Eliminating arsenic from drinking water
28 January 2011
An iron-rich, porous material can remove arsenic from drinking water in under two hours, say Chinese scientists.
Arsenic is notoriously toxic, proving
fatal to the majority of living organisms in high doses. Elevated levels of
arsenic in groundwater in countries such as
Now, Kang Li and colleagues from
Li believes that the recycling aspect holds the greatest challenge for future practical applications for the material. 'If magnetic nanoparticles could be loaded in the channels of the two-line ferrihydrite, recycling would become even easier,' he says.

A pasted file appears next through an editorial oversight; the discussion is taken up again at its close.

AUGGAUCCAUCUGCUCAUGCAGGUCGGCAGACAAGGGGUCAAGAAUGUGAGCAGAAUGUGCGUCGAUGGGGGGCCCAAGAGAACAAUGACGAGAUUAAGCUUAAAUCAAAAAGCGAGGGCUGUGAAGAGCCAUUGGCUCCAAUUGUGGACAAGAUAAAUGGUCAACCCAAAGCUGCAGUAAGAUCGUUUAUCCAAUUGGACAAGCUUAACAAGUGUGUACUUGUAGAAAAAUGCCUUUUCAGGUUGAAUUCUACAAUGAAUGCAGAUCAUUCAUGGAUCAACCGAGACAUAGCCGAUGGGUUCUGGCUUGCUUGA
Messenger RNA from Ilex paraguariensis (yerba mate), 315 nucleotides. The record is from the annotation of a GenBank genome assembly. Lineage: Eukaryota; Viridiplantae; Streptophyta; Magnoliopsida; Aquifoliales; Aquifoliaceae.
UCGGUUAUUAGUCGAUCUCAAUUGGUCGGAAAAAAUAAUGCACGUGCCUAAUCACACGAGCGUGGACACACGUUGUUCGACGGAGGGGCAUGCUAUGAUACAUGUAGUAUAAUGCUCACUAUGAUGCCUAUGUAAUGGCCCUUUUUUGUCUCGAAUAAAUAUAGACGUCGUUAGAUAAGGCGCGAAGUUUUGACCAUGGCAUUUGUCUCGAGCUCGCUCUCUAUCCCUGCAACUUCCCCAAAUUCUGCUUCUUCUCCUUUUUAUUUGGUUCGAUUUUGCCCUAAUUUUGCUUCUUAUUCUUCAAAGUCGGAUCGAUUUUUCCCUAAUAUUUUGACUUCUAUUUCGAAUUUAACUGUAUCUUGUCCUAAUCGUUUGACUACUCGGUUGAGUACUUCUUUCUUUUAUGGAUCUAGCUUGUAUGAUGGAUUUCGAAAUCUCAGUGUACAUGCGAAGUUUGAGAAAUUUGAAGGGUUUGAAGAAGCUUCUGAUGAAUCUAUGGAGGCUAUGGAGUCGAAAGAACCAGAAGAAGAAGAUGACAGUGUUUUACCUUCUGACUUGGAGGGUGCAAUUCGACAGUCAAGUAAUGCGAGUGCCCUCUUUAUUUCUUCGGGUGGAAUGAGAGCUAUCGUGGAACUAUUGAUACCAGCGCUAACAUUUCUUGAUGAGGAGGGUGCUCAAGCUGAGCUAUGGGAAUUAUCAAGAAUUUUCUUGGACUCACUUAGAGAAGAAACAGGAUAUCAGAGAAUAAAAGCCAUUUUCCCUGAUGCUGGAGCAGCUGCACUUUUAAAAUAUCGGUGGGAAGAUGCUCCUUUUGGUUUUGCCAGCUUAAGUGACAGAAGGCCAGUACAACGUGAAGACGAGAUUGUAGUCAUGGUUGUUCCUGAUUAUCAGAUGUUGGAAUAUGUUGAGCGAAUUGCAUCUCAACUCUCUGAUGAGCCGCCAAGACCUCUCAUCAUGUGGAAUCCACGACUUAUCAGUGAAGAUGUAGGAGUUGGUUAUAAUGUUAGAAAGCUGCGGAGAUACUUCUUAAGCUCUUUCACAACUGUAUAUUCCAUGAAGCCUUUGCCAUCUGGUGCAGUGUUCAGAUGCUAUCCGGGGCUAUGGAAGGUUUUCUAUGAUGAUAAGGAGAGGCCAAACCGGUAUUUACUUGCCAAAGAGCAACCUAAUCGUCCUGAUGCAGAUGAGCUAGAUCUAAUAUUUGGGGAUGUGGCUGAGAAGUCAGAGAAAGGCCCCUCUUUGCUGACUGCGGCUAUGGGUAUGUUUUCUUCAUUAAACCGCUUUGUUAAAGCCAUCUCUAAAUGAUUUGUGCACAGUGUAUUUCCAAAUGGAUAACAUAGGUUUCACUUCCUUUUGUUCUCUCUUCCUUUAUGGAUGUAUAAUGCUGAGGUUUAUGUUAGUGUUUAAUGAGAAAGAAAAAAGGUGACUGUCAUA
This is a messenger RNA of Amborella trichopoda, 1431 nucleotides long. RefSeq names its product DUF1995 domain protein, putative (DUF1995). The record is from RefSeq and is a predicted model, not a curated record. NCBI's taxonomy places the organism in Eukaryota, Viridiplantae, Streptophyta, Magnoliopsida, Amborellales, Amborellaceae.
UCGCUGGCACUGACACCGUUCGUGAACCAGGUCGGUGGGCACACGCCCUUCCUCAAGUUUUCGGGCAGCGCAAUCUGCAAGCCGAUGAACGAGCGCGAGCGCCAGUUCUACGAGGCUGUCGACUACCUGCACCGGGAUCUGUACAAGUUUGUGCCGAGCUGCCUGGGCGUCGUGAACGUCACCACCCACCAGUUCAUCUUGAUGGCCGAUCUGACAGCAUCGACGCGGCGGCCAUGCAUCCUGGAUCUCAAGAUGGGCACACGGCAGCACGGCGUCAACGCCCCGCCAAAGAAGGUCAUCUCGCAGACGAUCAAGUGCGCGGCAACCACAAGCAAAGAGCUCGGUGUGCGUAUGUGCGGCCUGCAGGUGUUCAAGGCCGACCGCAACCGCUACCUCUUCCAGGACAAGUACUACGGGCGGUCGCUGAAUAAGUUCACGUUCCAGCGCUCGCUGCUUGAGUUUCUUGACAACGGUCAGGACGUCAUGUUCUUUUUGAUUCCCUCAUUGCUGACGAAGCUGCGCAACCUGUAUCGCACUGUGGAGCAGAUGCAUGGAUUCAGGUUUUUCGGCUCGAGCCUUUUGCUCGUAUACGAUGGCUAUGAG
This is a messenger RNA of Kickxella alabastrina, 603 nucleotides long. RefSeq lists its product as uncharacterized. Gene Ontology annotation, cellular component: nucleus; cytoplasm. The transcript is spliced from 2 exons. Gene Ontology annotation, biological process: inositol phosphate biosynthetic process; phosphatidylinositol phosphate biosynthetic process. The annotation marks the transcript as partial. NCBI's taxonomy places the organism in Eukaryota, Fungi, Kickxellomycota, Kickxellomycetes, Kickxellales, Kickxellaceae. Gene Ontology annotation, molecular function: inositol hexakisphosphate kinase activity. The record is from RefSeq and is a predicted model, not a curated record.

'The next step should be related
to the investigation of the mechanism and efficiency of arsenic removal by nanocrystalline iron oxides depending on their structure
and crystallinity,' says Radek
Zboril, an expert in nanocrystalline
iron oxides from
'The incorporation of arsenic into the structure of the in situ formed iron oxide nanoparticles seems to be a more promising way from the viewpoint of real applications.'